Weakly electric fish generate weak (<1 V/cm) high frequency (0.1-10 kHz) electric fields which they use to locate and identify nearby objects and to communicate with other electric fish. We have measured with a robotic microvoltmeter the electric organ discharges (EODs) of these fish at high temporal and spatial resolution. We have assembled the EOD measurements as pseudocolor QuickTime movies, with light blue representing zero; green - yellow - red represent successively greater positive values; and blue - dark blue - violet representing successively negative values of the potential and field magnitude. Because the magnitudes vary over several orders of magnitude from near the tail to the far field, the color scale saturates (red and violet) or clips the peaks, so finer details of the far field structure are apparent.
The movies are shown in very slow "motion". If your computer is fast enough to show them at their programmed frame rate, then the Apteronotus leptorhynchus potential movie is shown at 1/4000 the actual EOD rate; A. albifrons is slowed to 1/5000 actual rate; and Eigenmannia is slowed by 1/1500.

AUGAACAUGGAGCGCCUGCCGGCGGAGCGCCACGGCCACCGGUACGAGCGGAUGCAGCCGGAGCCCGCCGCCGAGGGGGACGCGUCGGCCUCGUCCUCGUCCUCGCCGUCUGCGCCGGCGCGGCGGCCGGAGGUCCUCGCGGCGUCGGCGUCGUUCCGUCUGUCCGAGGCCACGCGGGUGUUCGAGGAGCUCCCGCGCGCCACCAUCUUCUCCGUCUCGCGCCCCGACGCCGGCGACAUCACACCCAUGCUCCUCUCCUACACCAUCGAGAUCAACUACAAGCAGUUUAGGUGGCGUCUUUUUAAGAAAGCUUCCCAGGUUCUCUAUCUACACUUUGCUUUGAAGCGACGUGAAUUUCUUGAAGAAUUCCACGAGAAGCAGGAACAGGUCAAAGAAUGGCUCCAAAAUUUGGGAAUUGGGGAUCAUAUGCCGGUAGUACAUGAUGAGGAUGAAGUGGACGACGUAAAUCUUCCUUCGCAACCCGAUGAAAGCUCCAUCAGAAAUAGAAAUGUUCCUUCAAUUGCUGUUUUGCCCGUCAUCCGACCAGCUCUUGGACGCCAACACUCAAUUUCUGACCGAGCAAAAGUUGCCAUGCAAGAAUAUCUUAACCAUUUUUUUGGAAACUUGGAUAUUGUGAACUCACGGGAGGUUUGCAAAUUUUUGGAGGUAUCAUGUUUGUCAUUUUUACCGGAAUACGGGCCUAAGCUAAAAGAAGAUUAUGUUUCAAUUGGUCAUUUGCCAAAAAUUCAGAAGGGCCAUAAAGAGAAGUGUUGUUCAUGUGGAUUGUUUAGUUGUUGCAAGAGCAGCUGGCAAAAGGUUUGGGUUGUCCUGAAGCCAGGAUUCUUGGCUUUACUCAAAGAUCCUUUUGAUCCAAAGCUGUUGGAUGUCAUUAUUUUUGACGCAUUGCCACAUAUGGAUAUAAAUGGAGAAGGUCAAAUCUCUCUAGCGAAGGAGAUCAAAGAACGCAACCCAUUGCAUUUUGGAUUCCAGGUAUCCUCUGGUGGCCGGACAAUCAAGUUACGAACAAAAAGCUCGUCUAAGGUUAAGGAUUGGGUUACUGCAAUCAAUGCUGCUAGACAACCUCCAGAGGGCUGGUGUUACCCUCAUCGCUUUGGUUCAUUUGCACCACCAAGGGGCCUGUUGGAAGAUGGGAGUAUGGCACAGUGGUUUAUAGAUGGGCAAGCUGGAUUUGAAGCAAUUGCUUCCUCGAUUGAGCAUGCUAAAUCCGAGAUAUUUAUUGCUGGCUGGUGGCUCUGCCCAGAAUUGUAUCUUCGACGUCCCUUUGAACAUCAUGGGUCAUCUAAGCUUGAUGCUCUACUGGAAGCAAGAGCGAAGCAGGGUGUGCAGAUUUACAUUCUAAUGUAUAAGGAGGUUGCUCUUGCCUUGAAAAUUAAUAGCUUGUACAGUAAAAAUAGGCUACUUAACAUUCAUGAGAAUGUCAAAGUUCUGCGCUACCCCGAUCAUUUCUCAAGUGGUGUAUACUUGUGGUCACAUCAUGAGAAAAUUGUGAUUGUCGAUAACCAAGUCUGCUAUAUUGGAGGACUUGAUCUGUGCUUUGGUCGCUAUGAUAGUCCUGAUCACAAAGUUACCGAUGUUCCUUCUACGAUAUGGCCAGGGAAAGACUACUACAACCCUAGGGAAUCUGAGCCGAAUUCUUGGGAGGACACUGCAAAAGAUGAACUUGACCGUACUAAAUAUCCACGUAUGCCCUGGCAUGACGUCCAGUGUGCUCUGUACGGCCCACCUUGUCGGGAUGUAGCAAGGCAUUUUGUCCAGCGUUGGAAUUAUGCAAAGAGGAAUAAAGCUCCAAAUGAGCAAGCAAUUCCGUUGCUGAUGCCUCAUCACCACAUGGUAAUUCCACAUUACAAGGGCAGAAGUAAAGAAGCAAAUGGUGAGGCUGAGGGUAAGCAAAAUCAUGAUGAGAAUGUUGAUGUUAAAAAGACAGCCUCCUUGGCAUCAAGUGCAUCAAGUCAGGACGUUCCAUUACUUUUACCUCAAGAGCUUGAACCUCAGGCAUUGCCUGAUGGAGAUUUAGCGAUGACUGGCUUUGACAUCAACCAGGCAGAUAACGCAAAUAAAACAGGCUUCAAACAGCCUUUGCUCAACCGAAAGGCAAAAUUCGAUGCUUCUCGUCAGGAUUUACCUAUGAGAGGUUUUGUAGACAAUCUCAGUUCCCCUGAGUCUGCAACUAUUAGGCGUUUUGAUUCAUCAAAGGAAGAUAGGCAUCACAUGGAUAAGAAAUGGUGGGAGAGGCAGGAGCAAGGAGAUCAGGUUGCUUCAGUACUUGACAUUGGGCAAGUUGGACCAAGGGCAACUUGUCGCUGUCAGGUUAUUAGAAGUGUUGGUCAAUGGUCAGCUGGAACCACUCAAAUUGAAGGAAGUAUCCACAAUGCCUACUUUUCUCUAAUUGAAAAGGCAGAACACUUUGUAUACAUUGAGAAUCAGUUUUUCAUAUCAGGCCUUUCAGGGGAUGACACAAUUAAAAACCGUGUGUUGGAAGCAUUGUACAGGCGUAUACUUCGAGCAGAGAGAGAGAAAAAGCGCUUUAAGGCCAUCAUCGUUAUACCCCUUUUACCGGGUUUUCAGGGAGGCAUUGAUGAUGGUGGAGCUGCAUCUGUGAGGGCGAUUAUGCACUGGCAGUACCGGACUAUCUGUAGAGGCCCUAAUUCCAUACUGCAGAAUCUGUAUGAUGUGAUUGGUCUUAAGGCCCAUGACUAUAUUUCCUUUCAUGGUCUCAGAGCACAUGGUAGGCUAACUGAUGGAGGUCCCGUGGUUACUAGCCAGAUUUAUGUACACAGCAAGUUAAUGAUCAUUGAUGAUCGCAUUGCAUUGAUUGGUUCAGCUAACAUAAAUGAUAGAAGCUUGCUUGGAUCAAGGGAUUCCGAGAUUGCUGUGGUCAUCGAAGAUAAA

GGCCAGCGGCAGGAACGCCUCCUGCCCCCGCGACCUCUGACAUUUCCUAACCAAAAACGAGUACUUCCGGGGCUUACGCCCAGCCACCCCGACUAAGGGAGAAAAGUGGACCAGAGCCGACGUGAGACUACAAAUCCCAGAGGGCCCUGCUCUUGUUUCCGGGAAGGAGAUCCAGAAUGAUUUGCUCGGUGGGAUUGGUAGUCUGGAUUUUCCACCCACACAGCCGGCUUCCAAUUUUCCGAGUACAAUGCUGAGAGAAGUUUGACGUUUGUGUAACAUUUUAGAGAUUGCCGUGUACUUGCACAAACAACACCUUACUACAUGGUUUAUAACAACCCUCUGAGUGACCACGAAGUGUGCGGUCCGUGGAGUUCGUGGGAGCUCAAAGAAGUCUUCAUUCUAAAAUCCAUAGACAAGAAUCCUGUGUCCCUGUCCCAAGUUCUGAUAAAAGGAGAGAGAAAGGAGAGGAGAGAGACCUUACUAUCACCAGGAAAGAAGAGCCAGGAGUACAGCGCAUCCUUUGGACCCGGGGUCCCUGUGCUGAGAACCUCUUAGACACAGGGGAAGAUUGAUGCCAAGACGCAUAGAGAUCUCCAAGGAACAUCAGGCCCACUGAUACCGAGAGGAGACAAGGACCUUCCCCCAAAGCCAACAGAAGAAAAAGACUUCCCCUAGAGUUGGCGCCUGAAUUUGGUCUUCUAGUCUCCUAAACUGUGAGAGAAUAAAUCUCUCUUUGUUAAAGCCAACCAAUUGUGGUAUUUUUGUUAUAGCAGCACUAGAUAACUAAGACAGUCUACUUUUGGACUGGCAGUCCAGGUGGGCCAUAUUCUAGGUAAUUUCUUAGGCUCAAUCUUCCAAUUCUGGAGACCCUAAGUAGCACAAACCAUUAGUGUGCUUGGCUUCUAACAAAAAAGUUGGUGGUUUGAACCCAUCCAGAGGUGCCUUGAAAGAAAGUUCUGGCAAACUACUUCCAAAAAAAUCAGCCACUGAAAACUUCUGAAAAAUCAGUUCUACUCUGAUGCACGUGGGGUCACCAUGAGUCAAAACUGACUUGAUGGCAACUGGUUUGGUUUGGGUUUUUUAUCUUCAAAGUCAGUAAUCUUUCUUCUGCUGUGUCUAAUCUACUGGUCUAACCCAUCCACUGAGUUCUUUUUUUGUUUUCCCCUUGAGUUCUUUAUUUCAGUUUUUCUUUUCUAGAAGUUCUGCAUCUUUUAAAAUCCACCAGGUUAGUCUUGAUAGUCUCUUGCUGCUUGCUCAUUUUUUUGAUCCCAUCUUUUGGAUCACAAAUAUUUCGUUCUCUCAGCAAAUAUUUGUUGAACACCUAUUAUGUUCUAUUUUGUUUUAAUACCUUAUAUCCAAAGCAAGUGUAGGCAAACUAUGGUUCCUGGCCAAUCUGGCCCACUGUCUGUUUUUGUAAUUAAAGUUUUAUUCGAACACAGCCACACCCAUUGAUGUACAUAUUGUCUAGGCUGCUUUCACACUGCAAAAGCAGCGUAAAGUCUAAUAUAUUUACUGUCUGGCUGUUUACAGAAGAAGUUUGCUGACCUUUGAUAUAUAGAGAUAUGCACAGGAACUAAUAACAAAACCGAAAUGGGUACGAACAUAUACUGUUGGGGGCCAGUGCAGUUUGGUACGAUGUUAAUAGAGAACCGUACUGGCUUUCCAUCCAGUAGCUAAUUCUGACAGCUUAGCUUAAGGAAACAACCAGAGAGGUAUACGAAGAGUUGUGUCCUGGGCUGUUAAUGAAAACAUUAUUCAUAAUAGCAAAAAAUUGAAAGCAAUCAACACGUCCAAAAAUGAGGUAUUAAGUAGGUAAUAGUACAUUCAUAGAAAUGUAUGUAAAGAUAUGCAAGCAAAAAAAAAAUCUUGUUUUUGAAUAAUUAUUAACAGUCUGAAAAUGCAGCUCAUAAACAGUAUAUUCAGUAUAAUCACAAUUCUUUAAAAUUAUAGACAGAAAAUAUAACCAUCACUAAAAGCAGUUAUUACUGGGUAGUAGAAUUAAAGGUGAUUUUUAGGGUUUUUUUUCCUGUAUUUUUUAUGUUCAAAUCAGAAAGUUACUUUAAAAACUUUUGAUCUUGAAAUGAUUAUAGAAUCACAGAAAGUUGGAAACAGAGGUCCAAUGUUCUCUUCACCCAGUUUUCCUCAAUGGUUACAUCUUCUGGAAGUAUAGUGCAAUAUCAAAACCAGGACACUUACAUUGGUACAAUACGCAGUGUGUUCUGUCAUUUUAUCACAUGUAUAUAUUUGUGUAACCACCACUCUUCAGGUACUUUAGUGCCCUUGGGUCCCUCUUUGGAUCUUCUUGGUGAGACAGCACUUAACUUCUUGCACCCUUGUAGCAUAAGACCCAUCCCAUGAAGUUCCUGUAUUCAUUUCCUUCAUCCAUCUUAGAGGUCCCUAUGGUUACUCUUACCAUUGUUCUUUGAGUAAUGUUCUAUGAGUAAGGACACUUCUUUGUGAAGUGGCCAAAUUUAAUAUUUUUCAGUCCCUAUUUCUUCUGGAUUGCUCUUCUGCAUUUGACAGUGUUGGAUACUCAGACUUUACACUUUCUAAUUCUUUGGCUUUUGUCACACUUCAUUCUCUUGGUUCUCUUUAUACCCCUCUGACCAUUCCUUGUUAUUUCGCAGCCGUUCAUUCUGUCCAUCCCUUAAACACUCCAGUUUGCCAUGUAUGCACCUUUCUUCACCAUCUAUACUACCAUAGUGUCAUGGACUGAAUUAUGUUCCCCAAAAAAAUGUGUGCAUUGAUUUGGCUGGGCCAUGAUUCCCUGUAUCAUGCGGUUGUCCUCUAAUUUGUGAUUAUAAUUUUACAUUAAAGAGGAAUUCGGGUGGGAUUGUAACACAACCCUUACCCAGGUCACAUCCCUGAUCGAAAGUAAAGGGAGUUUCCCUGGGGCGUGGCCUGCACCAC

An electric fish was immobilized and placed in the center of the fish tank on a respirator. An array of 5 tiny (200 micron diameter) silver ball electrodes attached to an analog x-y plotter was repeatedly positioned by computer control at hundreds of locations around the fish. At each location, the electric organ discharge waveforms were digitized at 48,000 16 bit samples/second/channel. The EOD from a stationary electrode was simultaneously digitized on another channel and used as a phase reference and to monitor EOD stability. Electrode locations were measured using a computer-video chroma keying system. After recording waveforms at hundreds of points, the voltage measurements were digitally filtered, temporally aligned with each other, spatially interpolated, and rendered in pseudocolor. The movies below each result from the order of 5 million voltage measurements followed by some 100 million floating point operations. The work was done with a Macintosh IIfx computer using custom hardware, MATLAB, and custom software. The fish recovered from the anesthesia unharmed. Further details can be found in our publications.